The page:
It often seems like there’s no escaping from the stress of day to day living, and with the coronavirus pandemic, it’s only gotten worse for most of us.
Unfortunately, stress does far more than just affect your mental state. It can also damage your health.
Here are the top five ways stress affects your body and how you can feel better each day. #1 — Makes you gain weight
You’ve probably heard of the stress hormone cortisol.
Unfortunately, in addition to the role it plays in your fight or flight response, it also affects your metabolism and fat storage. Yes, simply being stressed for too long can cause you to pack on the pounds, especially if you combine stress with a bad diet or overeating.
In fact, a four-year study by researchers at UCL Epidemiology and Public Health found that people under long-term stress are far more likely to be obese.
That’s especially concerning right now considering that doctors are reporting a significantly increased COVID-19 danger for obese patients . #2 — Raises your blood pressure
High blood pressure is a significant risk factor for heart disease, heart attack and stroke. And stress could be the driving force behind your blood pressure problems.
That’s because according to the Mayo Clinic, although researchers are still searching for a conclusion on whether stress and long-term high blood pressure are linked, they do know that stress causes your heart to beat faster and your blood vessels to narrow.
It can also lead to behaviors such as smoking, drinking and eating an unhealthy diet that increase your high blood pressure risk.
And a study by researchers at Emory University found that psychological stress causes your body to pump out immune cells that raise systolic blood pressure (the top number in your blood pressure reading that gives the best picture of your heart attack and stroke risk). #3 — Damages your brain and memory
Scientific research has proven that stress could be the cause of your memory issues.
Harvard Medical School says that stress is not only a common cause of memory problems, but it can also block the formation of new memories while impairing the retrieval of already formed memories.
And research reported in the Journal of Neuroscience found that chronic stress leads to brain inflammation and memory loss. #4 — Worsens low back pain
If you live with low back pain, you might think that it’s already as bad as it can get. Think again!
A 2019 study that involved a one-year follow up with 284 patients suffering chronic low back pain found that added stress resulted in worsening pain and a higher chance of pain-related disability. #5 — Lowers immune function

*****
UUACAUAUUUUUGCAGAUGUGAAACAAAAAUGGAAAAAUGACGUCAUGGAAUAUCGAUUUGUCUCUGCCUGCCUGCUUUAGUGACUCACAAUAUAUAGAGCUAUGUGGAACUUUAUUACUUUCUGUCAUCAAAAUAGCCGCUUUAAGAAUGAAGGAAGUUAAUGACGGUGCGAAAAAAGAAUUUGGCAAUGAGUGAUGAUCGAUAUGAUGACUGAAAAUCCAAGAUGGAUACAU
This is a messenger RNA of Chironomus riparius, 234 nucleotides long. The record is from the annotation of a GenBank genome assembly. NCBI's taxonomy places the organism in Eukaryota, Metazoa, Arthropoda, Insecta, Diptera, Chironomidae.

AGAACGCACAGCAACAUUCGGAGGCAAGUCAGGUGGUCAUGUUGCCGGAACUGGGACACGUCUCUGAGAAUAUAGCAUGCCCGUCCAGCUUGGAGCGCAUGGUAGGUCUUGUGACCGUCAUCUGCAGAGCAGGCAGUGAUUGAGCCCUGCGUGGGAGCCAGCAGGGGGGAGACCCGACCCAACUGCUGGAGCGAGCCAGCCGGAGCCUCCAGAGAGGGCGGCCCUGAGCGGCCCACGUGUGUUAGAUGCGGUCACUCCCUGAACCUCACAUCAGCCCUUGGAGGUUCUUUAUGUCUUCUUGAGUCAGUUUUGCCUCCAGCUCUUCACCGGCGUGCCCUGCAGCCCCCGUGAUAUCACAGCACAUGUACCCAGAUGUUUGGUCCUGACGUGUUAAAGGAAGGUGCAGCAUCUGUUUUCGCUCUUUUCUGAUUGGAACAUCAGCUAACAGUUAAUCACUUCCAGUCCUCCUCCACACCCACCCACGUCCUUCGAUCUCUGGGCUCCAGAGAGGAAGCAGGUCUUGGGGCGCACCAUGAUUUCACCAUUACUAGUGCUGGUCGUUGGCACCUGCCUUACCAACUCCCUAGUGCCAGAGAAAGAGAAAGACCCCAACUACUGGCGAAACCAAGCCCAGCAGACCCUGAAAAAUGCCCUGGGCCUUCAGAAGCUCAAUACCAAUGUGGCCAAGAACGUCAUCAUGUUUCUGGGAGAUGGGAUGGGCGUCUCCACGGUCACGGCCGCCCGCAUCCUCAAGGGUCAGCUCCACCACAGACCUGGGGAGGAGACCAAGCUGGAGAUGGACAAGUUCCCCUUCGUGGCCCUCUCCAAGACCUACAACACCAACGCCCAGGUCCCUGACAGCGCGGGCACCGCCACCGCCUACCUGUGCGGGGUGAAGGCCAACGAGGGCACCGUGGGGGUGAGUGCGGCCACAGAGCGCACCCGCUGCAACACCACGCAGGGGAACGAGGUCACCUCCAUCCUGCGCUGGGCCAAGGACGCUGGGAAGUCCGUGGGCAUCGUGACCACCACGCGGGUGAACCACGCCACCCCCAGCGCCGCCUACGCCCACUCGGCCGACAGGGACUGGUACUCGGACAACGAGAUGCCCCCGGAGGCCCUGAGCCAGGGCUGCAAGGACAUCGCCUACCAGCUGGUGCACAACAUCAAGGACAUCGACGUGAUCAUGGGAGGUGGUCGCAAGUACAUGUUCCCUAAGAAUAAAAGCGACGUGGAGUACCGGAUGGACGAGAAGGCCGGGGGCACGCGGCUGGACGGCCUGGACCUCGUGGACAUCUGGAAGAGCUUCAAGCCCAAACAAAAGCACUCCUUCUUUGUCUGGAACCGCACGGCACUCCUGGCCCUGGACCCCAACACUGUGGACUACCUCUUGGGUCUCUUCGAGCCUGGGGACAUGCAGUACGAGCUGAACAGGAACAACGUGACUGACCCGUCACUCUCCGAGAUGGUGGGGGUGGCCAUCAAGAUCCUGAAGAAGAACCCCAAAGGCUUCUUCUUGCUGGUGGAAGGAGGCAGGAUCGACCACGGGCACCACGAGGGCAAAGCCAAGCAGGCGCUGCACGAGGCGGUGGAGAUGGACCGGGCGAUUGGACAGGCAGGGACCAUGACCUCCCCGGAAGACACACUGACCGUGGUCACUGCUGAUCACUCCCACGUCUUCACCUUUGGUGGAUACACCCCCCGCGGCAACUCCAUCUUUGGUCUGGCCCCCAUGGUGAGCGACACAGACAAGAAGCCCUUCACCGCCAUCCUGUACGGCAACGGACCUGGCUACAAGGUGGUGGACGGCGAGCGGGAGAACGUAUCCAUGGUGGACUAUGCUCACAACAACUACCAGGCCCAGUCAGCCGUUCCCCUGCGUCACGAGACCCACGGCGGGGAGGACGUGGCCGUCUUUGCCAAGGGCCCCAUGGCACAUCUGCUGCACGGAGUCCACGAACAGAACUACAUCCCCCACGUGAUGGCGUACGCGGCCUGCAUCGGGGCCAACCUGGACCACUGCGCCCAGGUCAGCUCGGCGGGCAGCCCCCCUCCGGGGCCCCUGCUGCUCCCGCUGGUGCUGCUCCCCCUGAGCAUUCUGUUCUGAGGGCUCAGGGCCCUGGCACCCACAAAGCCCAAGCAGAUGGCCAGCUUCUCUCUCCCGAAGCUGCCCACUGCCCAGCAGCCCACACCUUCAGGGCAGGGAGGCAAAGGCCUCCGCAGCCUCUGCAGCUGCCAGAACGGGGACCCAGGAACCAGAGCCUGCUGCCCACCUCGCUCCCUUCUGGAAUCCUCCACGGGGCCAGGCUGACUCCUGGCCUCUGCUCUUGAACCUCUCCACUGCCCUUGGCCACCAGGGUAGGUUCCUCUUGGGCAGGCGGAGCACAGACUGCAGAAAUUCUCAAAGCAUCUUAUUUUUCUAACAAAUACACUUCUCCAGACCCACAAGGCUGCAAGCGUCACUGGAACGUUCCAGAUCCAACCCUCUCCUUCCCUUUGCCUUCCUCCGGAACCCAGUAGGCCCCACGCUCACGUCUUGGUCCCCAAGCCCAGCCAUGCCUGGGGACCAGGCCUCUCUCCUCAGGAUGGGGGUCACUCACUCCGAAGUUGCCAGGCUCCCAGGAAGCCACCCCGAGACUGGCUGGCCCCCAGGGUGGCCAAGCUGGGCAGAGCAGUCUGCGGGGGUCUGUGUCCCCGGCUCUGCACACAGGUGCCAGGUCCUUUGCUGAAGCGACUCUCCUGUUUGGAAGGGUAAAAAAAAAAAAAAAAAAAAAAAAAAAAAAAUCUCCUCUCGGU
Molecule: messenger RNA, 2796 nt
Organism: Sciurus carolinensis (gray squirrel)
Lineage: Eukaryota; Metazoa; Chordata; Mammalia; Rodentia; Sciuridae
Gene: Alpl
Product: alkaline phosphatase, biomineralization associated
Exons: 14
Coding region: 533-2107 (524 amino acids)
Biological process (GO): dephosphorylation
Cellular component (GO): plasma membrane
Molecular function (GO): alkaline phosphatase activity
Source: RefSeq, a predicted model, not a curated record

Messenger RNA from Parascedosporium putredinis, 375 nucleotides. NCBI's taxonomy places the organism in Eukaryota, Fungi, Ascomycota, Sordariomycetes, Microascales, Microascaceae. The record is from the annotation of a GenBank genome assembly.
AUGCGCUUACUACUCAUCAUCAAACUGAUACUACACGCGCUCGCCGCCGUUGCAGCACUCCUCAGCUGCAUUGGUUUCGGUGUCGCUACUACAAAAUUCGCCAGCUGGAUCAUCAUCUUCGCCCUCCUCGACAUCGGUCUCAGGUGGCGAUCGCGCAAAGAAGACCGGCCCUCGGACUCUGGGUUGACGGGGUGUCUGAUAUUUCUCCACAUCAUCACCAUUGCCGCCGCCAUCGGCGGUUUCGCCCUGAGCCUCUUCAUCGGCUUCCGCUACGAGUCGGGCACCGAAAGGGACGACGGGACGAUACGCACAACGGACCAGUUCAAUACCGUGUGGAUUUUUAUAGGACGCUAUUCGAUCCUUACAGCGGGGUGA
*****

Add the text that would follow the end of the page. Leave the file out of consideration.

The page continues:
Finally, and possibly most important as the coronavirus pandemic rages across the U.S., is the fact that stress could leave you more vulnerable to viral infections.
According to the Cleveland Clinic, short-term stress can actually boost your immune system, but when stress becomes chronic, it has just the opposite effect. Instead, long-lasting stress actually boosts inflammation and reduces the number of lymphocytes available to fight off viruses. Natural stress-busters
Now that you know how damaging stress is to you physically, what can you do about it?
And luckily there are some easy and natural answers (no anti-anxiety medications necessary).
First, despite all the craziness in the world right now, it’s important to maintain a routine. This can help you to feel in control and limit your daily stress.
Next, be sure to stay active since regular exercise is a powerful stress-buster.
Finally, simply eating a healthy diet, limited sugar, caffeine and alcohol, and getting the sleep you need can help lower your stress levels.
Oh, and one more thing…
Research has shown that the amino acid L-theanine has the power to lower cortisol levels and squash stress, so taking 250 to 400 mg per day could help you better manage your stress to allow time for those lifestyle changes to make an impact. You should consider adding it to your daily supplement schedule.
Editor’s note : There are numerous safe and natural ways to decrease your risk of blood clots including the 25 cent vitamin, the nutrient that acts as a natural blood thinner and the powerful herb that helps clear plaque. To find out about these and more, click here for the report your doctor hasn’t told you about ! Sources: > Stress and high blood pressure: What’s the connection? — Mayo Clinic Blood pressure numbers — Blood Pressure UK 7 common causes of forgetfulness — Harvard Medical School The Impact of Anxiety and Depression on the Outcomes of Chronic Low Back Pain Multidisciplinary Pain Management-A Multicenter Prospective Cohort Study in Pain Clinics With One-Year Follow-up — American Academy of Pain Medicine Effects of Stress on the Immune System — Immunol Today Stress management — Mayo Clinic Health Benefits of Having a Routine — Northwestern Medicine